The call content is first described by a "format specifier" element. The format specifier is explained in Section 4, with various symbol codes in the "service command" range of symbols representing various message formats, as shown in Table 3 (by symbol number, then meaning of symbol) as follows:
The call content is next described by an "address" element in Section 5. The address is usually a representation of a ship's maritime mobile service identity (MMSI). The address is always sent as a ten-digit element, with a trailing zero appended to a nine-digit MMSI. Section 5 explains that calls to all ships or distress alert calls do not have an address, since they are implicitly a call addressed to all stations. (It is also possible to compose an "address" by specifying a geographic region. I don't think this type of address can be used on VHF, and not by Class-D radios, so no consideration will be given to it here.) Note that this address element, while necessary in the radio transmission to direct the call to the appropriate recipient, is not necessarily needed in the data link datagram; we already know the call must have been addressed to a particular radio in some manner, as the radio has gotten the call and processed it into its message contents. On this basis, we can expect to not see an address element in the data link datagram.
The call content is next described by a "category element" in Section 6. Again, various symbol codes in the "service command" range of symbols represent various categories, as follows from Table 3 (by symbol number, then meaning of symbol):
The call content is next described as having a "self-identification" element. This is simply the sending station's MMSI, encoded like the address element. This identifies who sent the message.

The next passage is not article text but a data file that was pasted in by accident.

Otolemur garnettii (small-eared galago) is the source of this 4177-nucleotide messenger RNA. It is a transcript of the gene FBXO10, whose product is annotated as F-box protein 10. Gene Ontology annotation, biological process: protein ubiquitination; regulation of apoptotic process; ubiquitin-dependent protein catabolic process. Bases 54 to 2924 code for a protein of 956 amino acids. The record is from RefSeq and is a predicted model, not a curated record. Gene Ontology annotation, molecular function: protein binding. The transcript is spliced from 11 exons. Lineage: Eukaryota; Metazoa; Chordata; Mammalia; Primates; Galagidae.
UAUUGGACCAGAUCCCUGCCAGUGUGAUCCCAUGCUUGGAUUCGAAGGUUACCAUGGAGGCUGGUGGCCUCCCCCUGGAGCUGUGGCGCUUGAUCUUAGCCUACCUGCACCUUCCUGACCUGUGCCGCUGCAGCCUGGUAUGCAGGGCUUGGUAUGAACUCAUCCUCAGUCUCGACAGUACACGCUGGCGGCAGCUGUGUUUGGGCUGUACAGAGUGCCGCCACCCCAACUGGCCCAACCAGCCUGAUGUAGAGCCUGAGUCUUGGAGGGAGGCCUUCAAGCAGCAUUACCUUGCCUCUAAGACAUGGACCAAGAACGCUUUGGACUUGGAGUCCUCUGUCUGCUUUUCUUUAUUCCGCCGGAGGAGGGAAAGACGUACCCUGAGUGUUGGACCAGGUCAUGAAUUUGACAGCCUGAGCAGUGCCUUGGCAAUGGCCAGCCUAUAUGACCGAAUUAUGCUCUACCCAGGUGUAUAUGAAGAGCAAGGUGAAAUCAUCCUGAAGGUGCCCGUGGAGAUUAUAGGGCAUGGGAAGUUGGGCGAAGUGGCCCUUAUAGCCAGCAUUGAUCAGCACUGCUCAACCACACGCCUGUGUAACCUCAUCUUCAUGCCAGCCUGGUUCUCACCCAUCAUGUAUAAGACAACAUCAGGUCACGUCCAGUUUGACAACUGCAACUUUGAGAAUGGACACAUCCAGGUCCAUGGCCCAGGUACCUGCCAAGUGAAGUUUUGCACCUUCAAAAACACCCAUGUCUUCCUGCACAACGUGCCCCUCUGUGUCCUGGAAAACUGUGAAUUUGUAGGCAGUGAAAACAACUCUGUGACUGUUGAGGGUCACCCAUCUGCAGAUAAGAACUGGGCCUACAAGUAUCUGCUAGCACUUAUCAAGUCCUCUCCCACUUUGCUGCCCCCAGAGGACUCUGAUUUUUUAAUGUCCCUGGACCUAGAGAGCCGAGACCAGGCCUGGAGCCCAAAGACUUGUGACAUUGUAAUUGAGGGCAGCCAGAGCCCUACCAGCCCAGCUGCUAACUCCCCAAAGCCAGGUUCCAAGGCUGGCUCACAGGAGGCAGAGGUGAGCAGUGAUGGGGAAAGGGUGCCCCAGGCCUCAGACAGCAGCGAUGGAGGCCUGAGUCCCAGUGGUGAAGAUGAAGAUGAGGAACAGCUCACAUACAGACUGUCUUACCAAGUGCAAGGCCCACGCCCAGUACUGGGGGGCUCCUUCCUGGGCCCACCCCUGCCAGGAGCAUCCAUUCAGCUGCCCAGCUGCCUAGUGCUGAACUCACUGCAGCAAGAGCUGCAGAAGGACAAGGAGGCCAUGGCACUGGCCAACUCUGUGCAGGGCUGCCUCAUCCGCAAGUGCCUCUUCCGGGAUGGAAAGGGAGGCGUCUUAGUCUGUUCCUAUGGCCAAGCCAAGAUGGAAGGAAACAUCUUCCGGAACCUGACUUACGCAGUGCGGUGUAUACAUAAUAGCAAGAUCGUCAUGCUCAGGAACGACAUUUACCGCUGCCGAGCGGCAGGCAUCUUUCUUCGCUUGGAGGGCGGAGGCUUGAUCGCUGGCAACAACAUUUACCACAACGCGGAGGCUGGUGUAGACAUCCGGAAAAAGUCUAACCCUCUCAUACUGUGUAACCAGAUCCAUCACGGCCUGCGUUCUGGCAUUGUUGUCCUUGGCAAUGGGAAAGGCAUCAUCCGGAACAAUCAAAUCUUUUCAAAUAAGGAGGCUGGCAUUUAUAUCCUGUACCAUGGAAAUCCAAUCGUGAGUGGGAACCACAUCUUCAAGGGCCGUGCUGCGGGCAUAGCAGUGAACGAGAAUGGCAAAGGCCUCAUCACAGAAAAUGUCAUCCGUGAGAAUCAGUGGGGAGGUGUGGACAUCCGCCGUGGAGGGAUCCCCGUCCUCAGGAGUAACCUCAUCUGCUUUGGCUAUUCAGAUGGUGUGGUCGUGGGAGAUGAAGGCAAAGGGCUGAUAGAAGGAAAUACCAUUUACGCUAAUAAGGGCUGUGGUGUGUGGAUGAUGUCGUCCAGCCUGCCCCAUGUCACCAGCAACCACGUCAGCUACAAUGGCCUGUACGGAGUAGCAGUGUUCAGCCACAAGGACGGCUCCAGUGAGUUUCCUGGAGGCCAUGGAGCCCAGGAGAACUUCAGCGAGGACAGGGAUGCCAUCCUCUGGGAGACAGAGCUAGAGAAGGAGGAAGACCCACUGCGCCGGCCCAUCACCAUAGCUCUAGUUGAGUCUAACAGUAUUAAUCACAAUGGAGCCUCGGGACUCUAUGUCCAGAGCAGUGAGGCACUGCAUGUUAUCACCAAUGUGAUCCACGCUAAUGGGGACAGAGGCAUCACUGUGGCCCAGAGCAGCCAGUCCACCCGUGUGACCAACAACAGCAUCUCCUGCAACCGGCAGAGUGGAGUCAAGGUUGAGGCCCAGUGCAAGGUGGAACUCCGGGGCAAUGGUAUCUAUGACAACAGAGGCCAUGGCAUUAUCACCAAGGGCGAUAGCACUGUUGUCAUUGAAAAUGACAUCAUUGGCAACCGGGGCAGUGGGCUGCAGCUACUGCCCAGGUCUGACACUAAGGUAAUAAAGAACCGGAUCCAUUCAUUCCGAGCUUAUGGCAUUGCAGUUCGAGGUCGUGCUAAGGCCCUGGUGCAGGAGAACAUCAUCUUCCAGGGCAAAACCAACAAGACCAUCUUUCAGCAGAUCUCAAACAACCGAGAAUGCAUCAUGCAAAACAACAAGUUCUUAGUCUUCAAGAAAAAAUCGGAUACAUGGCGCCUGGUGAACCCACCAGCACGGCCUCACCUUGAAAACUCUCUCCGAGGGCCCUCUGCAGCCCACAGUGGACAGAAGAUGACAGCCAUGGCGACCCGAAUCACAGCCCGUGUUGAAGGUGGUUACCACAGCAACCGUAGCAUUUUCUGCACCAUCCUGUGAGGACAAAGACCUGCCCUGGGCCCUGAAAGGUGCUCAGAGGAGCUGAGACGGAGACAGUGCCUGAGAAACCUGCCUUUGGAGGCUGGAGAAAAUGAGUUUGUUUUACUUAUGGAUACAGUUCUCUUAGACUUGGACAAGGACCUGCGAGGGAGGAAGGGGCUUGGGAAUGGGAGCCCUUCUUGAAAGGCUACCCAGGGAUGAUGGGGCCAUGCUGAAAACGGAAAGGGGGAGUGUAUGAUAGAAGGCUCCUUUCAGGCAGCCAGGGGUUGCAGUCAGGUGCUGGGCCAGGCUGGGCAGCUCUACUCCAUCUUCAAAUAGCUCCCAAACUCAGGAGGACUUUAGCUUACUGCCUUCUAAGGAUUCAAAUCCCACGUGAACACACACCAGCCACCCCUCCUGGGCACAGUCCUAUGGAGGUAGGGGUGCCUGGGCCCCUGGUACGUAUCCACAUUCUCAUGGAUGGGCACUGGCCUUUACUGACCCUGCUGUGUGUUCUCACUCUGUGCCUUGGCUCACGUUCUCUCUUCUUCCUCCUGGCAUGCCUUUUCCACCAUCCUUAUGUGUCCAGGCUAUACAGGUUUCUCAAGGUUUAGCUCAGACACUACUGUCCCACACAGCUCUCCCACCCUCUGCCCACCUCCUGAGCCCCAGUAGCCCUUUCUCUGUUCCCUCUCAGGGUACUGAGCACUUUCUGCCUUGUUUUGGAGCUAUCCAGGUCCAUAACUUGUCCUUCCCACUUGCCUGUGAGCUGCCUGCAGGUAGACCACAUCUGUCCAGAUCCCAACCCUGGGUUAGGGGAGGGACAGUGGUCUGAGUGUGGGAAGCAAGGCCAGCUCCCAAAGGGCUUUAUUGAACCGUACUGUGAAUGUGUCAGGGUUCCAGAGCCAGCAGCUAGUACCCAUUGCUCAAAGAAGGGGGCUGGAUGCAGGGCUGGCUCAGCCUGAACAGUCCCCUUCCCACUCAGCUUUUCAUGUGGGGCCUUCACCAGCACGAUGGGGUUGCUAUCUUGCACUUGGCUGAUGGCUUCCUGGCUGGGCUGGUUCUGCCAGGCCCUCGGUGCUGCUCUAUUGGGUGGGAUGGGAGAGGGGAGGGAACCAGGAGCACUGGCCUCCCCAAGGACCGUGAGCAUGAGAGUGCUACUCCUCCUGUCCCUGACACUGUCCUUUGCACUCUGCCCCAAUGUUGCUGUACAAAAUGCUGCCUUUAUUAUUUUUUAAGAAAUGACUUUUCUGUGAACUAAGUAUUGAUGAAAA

ITU-Rec.M.493-13 finally gets into describing the actual messages elements that can be contained in the call content of a DSC transmission in Section 8. The messages elements that can be sent depend on the format specifier of the call. We first examine the distress alert message format. A chart at Table 4.1 describes the call sequence format for distress alert calls made on VHF radios of Class D type.
For a call of message format type distress alert, the message elements are as follows, and are sent in the order shown below (as shown in Table 4.1):
Nature of Distress is to be encoded, again using Table 3, as follows
Distress coordinates are to be encoded five parts, sent as a string of ten digits. The first digit indicates the direction of the latitude and longitude, with "0" for North and East, "1" for North and West, "2" for South and East, and "3" for South and West. The next two digits are the latitude in degrees. The next two digits are the latitude in whole minutes. The next three digits are the longitude in degrees. The next two digits are longitude in whole minutes.
The time in universal coordinated time is to be sent in 24-hour format in two parts, a total of four digits. The first two digits are the hours. The next two are the minutes.
Since digital selective calling is often used to set up another call, this message element gives the preference for follow-on communication modes.
The four message elements are inserted into the call content, giving an overall call sequence for the distress alert message, which is shown in Table 4.1:
Again, this is the sequence for transmission on the radio. We should expect some of these same elements to appear in the datagram on the data link, but perhaps not all or them and perhaps not in the same order.
At this point, we will examine a sample of a message sent over the data link of a DSC radio when it has received a distress alert message to see if we can gain insight into the content of the message and its format on the data link.
Using two DSC Class-D radios on a test bench, I conducted a test. Using Radio-A, a DSC distress alert message was sent. The message was received by Radio-B, which interpreted its message, and presented information on its data display and on its link interface. The signal on the data link interface was captured by my data terminal. Upon receiving the call from Radio-A, Radio-B sent the following data on its data link:
We now examine the thirteen elements of the message and seek to understand how to interpret them. For interpretation I am guided by my knowledge of:
The first step to is separate the message into component parts, which are clearly delineated by the comma separators. (Below I have added some blank spaces that were not in the message for clarity in my numbering method.)
1 2 3 4 5 6 7 8 9 10 11 12 13 | | | | | | | | | | | | | $CDDSC,12,3380400790,12,06,00,1423108312,2019, , , S, E *6A
Now I examine my sample datagram and interpret it as follows, with the numbers 1 to 13 indicating the separate elements or fields of the datagram as I have diagrammed it above: